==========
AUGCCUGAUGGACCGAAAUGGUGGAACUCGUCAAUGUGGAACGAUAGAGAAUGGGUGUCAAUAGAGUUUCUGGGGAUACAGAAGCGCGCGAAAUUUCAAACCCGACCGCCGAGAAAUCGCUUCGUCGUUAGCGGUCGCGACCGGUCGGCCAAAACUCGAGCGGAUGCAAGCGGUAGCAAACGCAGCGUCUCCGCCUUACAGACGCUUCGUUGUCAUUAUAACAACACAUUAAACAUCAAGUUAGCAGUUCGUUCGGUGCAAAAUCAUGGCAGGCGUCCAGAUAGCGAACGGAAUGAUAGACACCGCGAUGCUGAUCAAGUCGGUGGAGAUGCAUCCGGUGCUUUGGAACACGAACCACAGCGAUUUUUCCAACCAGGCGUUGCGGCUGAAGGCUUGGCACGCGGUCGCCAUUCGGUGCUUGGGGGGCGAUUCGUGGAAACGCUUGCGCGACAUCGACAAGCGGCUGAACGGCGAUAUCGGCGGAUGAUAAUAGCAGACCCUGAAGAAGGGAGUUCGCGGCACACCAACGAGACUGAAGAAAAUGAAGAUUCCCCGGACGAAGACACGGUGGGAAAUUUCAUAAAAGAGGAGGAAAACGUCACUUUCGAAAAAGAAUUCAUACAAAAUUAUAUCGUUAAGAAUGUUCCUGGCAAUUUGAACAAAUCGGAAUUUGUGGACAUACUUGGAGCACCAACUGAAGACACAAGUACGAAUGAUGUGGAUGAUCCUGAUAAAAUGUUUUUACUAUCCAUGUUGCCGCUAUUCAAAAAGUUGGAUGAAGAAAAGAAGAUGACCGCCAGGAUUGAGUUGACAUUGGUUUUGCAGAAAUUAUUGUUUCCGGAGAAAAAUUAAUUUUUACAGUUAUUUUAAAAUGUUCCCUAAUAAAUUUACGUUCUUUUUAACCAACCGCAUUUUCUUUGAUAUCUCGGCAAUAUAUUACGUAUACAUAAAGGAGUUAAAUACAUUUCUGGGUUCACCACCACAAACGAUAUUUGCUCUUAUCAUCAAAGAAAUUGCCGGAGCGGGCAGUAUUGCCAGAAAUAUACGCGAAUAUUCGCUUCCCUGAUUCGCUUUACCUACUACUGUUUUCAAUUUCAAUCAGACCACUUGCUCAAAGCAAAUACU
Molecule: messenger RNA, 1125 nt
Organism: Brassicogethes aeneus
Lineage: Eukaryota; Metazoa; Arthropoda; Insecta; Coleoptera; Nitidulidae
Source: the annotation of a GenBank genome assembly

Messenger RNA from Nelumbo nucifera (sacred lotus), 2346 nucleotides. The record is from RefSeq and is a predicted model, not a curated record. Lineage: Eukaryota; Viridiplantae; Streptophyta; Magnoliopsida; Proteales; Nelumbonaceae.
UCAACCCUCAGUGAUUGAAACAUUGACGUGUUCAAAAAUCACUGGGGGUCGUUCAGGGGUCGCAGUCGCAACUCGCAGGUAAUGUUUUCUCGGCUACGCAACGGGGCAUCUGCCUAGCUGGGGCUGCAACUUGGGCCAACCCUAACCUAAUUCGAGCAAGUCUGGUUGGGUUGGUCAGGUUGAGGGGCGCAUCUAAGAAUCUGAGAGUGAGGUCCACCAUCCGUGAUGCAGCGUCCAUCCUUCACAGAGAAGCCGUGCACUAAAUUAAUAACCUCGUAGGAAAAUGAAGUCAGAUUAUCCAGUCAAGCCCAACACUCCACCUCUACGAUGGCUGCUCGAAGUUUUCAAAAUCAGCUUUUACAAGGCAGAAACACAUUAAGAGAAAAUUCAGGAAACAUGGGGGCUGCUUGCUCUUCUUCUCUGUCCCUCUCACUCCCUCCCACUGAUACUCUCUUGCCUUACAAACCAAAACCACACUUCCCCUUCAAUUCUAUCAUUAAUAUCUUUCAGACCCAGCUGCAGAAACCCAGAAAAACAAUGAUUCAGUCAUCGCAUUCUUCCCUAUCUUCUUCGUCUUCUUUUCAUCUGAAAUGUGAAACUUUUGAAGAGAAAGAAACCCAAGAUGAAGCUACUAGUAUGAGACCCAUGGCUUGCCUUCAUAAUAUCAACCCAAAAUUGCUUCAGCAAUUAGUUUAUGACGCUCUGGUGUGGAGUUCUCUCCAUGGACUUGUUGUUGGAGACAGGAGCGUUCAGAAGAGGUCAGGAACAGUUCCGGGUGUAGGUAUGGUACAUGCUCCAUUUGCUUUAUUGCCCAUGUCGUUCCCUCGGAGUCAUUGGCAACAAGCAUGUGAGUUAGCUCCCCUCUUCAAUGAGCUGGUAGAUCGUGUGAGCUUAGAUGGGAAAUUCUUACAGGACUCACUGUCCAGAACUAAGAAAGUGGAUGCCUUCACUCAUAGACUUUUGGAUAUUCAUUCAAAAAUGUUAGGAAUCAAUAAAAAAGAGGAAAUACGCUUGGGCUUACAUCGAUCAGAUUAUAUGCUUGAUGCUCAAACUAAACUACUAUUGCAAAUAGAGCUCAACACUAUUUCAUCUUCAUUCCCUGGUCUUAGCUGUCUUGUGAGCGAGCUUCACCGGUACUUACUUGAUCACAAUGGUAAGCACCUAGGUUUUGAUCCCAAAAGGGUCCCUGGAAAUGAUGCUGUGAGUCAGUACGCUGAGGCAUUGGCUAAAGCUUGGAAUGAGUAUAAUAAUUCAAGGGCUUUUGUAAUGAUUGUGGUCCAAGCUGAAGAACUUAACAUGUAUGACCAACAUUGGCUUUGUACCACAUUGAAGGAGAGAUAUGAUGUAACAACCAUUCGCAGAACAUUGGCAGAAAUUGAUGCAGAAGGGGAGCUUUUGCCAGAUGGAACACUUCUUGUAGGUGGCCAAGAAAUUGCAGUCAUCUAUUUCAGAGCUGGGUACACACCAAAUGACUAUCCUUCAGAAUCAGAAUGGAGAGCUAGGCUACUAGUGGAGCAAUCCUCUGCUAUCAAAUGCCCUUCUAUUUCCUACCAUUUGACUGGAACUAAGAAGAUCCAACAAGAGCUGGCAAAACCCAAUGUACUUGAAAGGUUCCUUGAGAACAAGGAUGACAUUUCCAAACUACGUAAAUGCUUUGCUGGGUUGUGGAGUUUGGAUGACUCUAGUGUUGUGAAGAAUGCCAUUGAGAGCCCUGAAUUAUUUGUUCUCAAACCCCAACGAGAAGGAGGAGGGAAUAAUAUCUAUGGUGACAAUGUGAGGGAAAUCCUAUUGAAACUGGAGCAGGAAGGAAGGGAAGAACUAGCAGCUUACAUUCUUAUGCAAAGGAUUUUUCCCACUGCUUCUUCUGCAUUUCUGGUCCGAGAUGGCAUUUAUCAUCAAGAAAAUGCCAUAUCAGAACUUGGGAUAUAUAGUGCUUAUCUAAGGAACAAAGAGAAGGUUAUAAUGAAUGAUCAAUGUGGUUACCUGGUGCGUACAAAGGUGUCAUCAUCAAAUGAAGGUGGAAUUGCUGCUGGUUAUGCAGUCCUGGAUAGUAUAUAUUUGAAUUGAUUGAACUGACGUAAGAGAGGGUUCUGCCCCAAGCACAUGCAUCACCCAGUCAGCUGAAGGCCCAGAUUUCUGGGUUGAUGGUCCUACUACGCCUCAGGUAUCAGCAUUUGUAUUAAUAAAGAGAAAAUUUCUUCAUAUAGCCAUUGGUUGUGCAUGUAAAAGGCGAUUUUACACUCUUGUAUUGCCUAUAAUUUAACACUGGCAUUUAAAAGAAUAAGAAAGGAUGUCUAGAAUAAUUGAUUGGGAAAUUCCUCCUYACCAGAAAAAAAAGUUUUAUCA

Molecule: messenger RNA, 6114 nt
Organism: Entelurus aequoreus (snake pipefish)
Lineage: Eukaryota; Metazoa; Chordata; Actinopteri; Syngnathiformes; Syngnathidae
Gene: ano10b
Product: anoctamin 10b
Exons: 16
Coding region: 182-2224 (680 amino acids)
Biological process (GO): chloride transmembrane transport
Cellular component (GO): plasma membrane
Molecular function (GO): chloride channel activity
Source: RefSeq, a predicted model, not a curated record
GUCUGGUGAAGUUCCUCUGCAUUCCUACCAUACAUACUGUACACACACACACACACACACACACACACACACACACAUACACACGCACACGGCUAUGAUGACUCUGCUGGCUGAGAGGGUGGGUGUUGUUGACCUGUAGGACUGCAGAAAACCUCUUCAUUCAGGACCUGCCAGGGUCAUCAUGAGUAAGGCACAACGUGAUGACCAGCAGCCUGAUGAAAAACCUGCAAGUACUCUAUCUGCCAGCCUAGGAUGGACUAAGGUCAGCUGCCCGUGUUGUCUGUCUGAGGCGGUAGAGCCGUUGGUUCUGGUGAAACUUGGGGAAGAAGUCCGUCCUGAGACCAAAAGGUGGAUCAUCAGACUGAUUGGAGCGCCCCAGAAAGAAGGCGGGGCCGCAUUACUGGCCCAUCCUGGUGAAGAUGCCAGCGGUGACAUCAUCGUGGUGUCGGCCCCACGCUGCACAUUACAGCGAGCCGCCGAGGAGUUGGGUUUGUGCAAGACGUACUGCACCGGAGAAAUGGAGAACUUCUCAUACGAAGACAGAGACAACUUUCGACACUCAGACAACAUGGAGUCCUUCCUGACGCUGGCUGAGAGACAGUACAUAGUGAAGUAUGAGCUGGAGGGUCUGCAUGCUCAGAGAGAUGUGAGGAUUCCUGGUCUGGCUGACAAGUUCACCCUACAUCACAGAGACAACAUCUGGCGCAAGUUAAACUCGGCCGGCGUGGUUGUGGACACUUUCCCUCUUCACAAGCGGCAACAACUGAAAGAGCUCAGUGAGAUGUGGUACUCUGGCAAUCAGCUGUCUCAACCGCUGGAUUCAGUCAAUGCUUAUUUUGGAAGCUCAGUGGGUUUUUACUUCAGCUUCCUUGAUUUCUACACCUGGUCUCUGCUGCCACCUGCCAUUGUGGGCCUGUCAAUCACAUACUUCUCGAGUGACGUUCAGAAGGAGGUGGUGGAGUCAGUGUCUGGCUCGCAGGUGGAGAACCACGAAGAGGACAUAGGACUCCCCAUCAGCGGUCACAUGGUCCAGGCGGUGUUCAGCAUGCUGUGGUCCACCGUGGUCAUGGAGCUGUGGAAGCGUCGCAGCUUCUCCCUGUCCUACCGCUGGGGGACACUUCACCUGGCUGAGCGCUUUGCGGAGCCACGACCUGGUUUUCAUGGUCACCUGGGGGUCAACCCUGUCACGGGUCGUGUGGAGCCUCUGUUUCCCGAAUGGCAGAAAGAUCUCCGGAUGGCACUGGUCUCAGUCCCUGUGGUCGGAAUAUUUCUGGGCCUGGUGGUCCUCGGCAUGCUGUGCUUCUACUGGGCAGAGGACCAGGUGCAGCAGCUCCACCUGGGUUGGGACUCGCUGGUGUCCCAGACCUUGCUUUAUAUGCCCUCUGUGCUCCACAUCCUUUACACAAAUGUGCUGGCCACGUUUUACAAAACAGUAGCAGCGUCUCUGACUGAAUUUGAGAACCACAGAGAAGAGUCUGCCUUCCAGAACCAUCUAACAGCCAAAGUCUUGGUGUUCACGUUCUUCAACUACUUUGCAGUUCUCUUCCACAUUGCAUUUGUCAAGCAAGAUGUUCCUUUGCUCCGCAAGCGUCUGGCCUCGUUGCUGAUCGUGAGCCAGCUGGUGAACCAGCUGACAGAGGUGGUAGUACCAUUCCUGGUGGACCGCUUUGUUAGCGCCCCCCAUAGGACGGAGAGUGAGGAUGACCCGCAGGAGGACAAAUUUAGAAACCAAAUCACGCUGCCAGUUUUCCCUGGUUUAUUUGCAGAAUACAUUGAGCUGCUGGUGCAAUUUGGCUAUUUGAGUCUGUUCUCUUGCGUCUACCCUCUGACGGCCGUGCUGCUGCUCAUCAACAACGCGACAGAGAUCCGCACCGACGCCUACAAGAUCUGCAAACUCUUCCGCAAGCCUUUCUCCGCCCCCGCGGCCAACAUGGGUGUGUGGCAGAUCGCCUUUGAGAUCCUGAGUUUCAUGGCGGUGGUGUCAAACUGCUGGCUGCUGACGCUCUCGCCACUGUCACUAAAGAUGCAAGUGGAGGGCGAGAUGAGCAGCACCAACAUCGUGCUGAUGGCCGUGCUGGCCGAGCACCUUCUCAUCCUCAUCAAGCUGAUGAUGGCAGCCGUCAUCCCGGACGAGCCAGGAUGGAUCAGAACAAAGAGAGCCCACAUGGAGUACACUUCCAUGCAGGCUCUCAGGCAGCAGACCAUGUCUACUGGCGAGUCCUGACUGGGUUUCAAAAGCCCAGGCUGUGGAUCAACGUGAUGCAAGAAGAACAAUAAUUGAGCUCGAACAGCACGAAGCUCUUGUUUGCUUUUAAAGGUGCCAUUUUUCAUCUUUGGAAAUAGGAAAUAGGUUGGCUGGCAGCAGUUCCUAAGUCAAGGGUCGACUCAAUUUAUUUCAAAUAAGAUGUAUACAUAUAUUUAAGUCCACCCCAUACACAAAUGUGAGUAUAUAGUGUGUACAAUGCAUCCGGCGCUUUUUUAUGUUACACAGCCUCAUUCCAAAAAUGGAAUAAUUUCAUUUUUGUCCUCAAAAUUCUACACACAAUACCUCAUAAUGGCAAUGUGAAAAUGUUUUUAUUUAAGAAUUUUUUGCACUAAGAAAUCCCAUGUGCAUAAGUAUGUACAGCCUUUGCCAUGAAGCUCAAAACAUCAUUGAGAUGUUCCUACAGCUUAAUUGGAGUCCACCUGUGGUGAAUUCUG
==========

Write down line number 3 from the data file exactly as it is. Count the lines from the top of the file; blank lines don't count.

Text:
Organism: Brassicogethes aeneus